When the United States entered World War I in 1917, Germans were the single largest ethnic group in Minnesota. Nativism during this period was a “patriotic” attitude that saw recent immigrants—particularly those of German descent— as potentially traitorous. Many felt that because German Americans shared their heritage with the Kaiser and the German Empire, they would side with the enemy power. That many German Americans advocated neutrality until the U.S. declared war was further proof of disloyalty to nativists.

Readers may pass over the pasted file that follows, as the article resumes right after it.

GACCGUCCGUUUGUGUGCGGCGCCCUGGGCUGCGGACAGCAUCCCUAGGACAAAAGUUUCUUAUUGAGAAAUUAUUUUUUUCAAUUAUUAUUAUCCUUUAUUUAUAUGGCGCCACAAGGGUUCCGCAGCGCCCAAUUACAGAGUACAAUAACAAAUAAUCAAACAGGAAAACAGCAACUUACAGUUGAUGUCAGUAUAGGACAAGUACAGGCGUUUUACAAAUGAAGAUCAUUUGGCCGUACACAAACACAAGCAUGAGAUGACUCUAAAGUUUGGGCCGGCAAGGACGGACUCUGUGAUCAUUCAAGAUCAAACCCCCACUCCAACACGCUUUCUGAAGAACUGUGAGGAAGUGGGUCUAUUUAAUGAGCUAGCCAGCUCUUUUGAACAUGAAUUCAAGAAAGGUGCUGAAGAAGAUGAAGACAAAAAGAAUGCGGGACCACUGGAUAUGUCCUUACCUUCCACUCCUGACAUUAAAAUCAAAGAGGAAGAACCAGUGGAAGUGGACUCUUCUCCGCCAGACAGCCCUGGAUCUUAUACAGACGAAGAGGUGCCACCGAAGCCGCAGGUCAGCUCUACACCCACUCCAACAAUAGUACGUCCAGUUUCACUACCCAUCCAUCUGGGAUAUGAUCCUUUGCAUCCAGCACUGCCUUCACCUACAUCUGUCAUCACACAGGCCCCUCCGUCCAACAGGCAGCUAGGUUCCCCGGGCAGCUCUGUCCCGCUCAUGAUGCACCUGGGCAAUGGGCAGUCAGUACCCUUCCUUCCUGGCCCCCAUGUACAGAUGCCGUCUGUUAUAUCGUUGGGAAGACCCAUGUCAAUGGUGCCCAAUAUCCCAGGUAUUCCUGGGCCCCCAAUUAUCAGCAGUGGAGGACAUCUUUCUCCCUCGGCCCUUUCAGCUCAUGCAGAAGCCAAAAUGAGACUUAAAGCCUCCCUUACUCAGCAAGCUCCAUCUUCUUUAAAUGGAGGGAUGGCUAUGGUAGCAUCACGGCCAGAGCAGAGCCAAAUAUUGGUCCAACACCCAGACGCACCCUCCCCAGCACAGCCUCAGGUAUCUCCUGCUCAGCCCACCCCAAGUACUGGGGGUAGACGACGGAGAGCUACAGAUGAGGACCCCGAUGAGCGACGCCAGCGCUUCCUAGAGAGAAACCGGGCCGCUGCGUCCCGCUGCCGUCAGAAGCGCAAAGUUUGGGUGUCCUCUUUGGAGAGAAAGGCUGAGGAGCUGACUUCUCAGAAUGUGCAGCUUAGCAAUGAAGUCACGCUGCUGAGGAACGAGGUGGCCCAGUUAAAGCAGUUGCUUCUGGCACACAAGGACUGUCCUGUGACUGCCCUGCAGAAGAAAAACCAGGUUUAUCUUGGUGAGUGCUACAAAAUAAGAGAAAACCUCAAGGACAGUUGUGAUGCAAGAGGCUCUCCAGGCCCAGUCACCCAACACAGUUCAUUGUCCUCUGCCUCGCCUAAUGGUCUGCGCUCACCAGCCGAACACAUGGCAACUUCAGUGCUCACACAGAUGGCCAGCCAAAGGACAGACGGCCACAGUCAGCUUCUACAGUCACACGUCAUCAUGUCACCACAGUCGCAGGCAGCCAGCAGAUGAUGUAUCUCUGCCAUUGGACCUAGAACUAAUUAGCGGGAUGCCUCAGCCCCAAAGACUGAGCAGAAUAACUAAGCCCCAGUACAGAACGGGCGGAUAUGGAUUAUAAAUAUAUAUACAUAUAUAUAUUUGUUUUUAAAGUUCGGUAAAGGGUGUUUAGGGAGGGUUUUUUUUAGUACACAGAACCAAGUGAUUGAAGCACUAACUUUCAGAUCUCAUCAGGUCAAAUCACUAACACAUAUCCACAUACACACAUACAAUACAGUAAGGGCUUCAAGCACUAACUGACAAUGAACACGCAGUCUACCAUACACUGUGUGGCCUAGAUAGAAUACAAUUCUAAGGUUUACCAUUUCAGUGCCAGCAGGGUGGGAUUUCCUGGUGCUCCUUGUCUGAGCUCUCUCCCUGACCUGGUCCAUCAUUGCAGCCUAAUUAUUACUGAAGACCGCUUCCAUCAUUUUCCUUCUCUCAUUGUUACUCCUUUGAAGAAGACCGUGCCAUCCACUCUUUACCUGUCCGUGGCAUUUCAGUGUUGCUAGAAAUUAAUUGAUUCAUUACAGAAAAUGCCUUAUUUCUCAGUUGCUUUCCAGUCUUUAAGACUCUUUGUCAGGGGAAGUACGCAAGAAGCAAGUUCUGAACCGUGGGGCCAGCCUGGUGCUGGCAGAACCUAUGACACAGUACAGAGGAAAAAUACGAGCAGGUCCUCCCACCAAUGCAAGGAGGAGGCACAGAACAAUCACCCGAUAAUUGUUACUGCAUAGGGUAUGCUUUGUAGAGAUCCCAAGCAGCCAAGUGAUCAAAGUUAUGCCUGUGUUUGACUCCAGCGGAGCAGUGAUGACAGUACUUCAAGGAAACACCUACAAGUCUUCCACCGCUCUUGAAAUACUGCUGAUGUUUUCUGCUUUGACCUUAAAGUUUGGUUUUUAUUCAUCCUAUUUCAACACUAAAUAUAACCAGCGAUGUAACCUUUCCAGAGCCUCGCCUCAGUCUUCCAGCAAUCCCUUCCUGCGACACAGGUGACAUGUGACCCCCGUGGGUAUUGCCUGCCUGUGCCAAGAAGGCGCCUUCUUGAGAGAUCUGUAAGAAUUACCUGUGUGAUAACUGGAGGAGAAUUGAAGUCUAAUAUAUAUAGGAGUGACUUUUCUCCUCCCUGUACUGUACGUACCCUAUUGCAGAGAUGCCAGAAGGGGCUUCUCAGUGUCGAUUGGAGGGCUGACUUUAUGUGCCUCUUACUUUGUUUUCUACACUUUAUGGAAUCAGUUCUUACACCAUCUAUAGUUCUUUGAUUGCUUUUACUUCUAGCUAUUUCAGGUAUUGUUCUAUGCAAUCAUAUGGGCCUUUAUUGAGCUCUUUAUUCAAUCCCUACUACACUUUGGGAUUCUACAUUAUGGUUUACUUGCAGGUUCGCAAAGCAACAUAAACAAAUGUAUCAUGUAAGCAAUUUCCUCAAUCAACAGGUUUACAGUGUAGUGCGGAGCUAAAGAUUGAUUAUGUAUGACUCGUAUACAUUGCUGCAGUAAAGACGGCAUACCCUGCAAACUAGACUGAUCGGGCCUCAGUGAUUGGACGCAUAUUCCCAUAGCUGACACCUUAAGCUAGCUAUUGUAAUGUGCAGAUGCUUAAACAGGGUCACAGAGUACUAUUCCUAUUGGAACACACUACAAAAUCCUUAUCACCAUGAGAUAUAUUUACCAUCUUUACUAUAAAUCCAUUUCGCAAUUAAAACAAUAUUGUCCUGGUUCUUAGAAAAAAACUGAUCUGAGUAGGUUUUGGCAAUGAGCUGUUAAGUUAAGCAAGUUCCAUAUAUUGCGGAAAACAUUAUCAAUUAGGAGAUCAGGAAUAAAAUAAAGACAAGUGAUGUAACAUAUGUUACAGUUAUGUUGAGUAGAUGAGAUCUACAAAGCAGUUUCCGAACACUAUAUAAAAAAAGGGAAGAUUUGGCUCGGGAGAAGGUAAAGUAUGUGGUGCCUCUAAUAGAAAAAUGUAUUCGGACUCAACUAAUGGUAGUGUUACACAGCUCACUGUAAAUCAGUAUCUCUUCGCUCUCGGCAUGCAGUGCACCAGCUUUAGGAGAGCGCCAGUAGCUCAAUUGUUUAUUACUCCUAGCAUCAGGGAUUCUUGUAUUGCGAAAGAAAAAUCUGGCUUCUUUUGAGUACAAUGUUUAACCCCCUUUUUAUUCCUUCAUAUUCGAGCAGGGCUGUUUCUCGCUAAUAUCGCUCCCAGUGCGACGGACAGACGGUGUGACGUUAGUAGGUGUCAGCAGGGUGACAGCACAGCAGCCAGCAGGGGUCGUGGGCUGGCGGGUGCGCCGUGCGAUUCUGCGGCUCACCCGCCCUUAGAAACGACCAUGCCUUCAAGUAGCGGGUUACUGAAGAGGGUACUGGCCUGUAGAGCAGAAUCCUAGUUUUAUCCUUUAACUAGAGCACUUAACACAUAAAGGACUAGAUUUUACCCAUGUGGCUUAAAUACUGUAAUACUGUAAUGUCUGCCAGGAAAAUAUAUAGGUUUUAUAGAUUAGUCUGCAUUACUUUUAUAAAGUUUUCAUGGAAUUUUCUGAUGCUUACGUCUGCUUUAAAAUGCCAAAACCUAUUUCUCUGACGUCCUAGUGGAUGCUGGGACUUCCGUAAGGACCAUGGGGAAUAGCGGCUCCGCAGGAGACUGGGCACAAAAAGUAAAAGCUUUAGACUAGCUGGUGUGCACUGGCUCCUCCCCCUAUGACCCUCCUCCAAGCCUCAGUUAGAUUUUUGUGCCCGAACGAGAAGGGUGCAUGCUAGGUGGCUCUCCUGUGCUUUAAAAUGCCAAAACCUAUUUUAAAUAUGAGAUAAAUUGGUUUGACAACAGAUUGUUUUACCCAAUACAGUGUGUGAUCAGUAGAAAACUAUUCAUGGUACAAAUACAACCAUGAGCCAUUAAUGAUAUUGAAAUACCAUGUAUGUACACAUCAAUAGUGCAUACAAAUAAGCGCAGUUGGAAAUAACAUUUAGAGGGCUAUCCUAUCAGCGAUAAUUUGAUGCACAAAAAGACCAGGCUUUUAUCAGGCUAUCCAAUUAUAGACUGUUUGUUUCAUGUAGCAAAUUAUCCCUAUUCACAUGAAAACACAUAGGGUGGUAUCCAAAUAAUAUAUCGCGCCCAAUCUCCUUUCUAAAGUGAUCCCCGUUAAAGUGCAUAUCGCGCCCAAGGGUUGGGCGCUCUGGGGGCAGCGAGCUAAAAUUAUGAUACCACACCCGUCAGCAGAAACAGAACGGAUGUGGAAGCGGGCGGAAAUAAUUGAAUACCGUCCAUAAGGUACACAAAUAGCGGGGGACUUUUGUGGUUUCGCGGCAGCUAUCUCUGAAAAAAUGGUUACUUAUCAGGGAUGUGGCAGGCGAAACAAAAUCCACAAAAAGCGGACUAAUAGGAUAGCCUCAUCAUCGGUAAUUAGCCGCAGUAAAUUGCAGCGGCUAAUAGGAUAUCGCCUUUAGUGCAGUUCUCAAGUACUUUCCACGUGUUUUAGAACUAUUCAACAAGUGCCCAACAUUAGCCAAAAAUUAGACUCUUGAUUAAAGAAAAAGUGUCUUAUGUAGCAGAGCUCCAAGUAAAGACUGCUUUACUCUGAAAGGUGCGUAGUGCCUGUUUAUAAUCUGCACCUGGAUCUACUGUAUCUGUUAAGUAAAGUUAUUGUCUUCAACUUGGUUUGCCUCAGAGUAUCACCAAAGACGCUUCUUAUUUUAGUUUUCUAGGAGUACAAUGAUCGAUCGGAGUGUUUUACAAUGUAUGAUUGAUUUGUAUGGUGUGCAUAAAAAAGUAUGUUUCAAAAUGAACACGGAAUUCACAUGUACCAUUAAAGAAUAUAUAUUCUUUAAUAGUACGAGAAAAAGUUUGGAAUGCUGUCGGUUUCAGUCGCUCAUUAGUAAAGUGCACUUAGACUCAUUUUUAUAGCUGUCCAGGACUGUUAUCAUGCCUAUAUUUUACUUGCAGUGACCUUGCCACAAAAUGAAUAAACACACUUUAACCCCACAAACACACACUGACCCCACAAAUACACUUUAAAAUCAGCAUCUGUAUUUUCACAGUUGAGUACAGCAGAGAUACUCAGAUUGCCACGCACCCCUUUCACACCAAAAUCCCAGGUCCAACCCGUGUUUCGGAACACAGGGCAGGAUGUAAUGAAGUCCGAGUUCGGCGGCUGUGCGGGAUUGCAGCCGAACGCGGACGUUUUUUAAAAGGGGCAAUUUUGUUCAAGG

On the night of July 19, 1967, racial tension in North Minneapolis erupted along Plymouth Avenue in a series of acts of arson, assaults, and vandalism. The violence, which lasted for three nights, is often linked with other race-related demonstrations in cities across the nation during 1967’s “long hot summer.”